Our December featured artist is Kenna Camara-Cottman, also known as Ms. Kenna.
Q: What is your art form?
A: I am a Black American Griot - that means I use dance, drum, song, and story to pass on the history and culture of my people. I'm also a dance educator - because I believe that teaching is an art.
Q: How does teaching your craft to youth affect your own art?
A: Educating is a part of my art. Being a griot, or an oral historian, is all about passing on the rhythms, the dances, the stories, the songs, the essence of the culture. Some of my best contemporary dance has been created with students, or as a result of interacting with special groups of kids. The youth, with all of their energy and questions, are what feed my creative process.
Q: Will you share a piece of advice for aspiring drummers/dancers/storytellers?
A: I think it is a good idea to start with your own culture when you are looking for source material. That way, when you share your art, you are sharing a part of yourself, and your passion will show through. Understanding your own cultural perspective will ensure that you are sharing authentic rhythm, movement and history. From a solid cultural foundation, you will then find the opportunity to explore the differences, and the connections that other cultures can offer.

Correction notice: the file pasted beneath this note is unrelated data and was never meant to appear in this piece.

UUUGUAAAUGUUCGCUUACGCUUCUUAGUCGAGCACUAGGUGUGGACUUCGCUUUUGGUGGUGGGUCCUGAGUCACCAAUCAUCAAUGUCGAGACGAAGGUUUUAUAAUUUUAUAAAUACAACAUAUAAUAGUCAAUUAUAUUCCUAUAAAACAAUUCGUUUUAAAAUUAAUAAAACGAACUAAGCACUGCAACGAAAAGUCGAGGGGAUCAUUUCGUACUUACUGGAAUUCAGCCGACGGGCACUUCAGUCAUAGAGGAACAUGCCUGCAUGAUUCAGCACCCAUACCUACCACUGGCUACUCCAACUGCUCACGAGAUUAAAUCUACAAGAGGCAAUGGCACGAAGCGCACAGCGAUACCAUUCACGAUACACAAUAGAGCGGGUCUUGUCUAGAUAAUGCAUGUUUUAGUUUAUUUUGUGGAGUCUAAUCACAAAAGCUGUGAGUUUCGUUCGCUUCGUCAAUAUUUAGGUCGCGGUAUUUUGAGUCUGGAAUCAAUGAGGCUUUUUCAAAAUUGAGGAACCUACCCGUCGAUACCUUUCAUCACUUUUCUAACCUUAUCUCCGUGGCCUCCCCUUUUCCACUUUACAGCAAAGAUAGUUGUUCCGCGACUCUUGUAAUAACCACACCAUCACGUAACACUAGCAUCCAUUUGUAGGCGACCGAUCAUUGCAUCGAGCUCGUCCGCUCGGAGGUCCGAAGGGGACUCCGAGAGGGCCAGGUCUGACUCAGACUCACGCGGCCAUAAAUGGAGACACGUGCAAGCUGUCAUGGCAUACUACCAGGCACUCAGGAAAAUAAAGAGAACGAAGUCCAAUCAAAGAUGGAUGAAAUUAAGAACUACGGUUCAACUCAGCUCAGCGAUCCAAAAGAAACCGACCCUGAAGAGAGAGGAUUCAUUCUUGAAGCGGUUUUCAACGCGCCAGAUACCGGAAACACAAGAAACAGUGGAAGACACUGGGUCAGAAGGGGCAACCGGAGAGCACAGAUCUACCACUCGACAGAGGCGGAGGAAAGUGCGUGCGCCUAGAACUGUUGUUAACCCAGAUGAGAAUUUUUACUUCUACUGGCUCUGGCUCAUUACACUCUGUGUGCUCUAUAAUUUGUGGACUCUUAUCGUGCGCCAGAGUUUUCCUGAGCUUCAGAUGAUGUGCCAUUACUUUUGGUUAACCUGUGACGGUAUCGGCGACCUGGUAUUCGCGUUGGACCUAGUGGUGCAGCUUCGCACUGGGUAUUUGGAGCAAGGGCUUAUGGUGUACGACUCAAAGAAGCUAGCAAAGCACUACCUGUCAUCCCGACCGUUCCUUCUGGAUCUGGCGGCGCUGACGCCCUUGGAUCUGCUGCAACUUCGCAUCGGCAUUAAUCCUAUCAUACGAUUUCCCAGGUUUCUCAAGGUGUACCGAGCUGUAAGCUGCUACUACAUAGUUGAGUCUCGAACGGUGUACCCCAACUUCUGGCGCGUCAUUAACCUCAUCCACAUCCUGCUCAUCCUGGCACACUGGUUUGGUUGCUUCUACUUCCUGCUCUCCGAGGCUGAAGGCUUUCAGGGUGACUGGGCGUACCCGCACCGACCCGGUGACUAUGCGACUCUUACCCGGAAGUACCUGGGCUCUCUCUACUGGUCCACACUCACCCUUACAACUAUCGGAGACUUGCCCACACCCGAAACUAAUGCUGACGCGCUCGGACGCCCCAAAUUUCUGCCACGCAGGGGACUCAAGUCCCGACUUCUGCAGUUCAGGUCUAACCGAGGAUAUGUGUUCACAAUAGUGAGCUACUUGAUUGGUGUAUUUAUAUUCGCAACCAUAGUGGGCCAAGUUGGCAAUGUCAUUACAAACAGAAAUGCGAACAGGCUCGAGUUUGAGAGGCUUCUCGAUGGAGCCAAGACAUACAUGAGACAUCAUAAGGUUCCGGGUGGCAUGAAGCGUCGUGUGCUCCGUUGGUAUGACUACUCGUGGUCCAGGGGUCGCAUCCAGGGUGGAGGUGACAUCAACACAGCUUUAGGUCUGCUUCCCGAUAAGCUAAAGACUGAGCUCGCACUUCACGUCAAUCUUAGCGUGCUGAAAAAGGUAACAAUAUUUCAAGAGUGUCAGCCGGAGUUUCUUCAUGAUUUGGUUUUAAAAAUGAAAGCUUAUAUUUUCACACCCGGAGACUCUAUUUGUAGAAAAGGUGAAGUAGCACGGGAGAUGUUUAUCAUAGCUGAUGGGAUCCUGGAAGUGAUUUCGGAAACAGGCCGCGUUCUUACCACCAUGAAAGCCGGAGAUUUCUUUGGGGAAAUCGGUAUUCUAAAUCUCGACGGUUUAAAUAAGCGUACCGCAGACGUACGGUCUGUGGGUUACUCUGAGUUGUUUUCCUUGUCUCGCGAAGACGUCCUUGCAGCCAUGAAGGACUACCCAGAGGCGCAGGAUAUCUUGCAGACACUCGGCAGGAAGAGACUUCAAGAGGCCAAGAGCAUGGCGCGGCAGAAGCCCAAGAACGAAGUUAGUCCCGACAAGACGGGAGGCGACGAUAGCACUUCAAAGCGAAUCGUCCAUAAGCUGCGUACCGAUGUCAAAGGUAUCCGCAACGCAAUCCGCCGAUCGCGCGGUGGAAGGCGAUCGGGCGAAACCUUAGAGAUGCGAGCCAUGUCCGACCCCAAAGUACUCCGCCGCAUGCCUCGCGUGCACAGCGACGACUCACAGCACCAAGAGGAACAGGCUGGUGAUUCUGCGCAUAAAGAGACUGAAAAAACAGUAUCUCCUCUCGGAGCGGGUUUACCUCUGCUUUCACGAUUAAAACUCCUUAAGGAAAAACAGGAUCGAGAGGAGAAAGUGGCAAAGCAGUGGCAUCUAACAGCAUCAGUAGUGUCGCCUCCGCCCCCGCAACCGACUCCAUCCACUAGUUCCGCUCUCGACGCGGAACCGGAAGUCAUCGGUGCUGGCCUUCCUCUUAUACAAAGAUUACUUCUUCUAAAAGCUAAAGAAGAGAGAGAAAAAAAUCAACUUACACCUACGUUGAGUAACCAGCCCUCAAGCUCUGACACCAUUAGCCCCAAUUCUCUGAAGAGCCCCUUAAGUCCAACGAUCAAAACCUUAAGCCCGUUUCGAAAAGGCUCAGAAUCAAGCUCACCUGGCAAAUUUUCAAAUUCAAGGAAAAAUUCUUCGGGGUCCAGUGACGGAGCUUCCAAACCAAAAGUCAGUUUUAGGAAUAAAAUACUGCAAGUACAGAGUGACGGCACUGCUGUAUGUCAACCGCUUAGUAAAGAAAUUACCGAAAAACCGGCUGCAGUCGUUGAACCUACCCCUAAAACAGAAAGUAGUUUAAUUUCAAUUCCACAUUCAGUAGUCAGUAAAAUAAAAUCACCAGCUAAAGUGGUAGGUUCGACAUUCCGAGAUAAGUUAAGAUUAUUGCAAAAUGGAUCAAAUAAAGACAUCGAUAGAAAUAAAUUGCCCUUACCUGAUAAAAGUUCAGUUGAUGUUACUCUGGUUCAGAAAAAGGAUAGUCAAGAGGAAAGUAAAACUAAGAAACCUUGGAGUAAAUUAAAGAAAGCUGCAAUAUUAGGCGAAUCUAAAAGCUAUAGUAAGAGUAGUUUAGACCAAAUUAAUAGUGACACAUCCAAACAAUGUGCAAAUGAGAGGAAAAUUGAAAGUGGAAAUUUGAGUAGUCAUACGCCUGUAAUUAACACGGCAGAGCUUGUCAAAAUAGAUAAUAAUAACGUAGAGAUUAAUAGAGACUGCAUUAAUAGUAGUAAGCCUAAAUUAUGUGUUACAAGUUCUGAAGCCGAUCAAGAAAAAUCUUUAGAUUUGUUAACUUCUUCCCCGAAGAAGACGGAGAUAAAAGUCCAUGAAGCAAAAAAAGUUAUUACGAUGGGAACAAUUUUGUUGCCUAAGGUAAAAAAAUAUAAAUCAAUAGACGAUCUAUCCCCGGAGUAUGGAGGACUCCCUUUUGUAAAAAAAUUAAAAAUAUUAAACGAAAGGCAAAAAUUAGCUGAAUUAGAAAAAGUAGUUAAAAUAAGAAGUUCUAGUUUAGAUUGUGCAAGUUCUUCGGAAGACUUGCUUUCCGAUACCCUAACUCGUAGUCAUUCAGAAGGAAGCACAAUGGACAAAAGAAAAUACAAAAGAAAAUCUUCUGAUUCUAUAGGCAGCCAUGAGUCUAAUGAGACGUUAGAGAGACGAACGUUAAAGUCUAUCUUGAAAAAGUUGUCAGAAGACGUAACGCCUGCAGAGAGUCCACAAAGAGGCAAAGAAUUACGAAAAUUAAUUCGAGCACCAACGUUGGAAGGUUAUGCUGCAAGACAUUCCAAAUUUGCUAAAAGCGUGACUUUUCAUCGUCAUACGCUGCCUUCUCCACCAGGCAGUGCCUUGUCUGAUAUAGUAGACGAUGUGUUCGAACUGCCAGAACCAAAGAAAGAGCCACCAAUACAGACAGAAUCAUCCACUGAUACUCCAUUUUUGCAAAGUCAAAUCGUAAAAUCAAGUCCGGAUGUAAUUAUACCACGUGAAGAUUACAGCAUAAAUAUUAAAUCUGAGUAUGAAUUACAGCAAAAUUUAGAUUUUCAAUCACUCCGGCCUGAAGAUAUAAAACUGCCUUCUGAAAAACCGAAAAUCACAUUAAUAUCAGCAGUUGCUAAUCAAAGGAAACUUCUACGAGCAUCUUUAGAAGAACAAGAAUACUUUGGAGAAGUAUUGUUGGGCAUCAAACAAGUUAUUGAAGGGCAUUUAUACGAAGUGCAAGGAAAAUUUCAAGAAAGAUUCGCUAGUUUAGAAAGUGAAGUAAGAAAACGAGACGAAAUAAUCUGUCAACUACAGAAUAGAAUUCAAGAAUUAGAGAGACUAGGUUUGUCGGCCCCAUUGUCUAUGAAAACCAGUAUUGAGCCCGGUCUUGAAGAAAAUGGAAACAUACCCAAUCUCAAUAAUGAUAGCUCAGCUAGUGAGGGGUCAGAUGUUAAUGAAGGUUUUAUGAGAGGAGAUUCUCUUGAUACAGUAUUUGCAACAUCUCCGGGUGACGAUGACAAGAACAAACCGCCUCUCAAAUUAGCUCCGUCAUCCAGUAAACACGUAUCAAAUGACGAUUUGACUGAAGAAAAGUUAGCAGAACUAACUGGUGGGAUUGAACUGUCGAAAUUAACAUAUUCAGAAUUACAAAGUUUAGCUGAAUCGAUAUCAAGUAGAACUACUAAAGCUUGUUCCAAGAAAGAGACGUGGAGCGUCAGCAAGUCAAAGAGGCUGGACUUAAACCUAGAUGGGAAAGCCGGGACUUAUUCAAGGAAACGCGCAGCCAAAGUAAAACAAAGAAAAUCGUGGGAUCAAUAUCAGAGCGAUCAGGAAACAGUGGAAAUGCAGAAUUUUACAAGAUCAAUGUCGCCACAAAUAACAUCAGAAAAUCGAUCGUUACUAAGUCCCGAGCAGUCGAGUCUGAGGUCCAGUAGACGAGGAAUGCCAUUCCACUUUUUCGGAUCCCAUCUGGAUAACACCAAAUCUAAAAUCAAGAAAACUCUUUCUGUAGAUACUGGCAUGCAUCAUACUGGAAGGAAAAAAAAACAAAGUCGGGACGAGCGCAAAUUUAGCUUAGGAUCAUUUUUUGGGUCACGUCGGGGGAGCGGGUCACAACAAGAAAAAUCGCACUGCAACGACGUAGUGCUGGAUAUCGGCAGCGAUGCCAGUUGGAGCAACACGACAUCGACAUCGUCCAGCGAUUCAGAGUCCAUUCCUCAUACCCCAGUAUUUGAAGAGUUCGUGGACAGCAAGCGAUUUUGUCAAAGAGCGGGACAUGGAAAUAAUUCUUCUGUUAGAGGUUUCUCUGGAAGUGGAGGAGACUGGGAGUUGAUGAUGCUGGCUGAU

Q: By the end of a week with you, what are 3 things you hope most students have learned?
A: 1. Africa is a continent with thousands of diverse cultural groups and dozens of countries. Africa is not one thing.
2. It's ok NOT to be color blind. I want them to see my blackness, and to recognize their own. I am a Black American and my people's experiences cannot be erased and our contributions to the world will be recognized.
3. How to do the running man correctly. (a popular Hip Hop dance from the late 80's)
Q: What does being a COMPAS artist mean to you?
A: I'm so proud to be a part of the COMPAS tradition of bringing art into the schools. When I was in Junior High I had a COMPAS artist do a writing residency at my school. I wrote a story that I remember to this day and I still have my copy of the COMPAS Anthology, "The Midnight Butterfly Sings" [where my story was published]. To think that now I am one of the COMPAS artists that help to awaken the artists in the youth of my community...it's a great honor.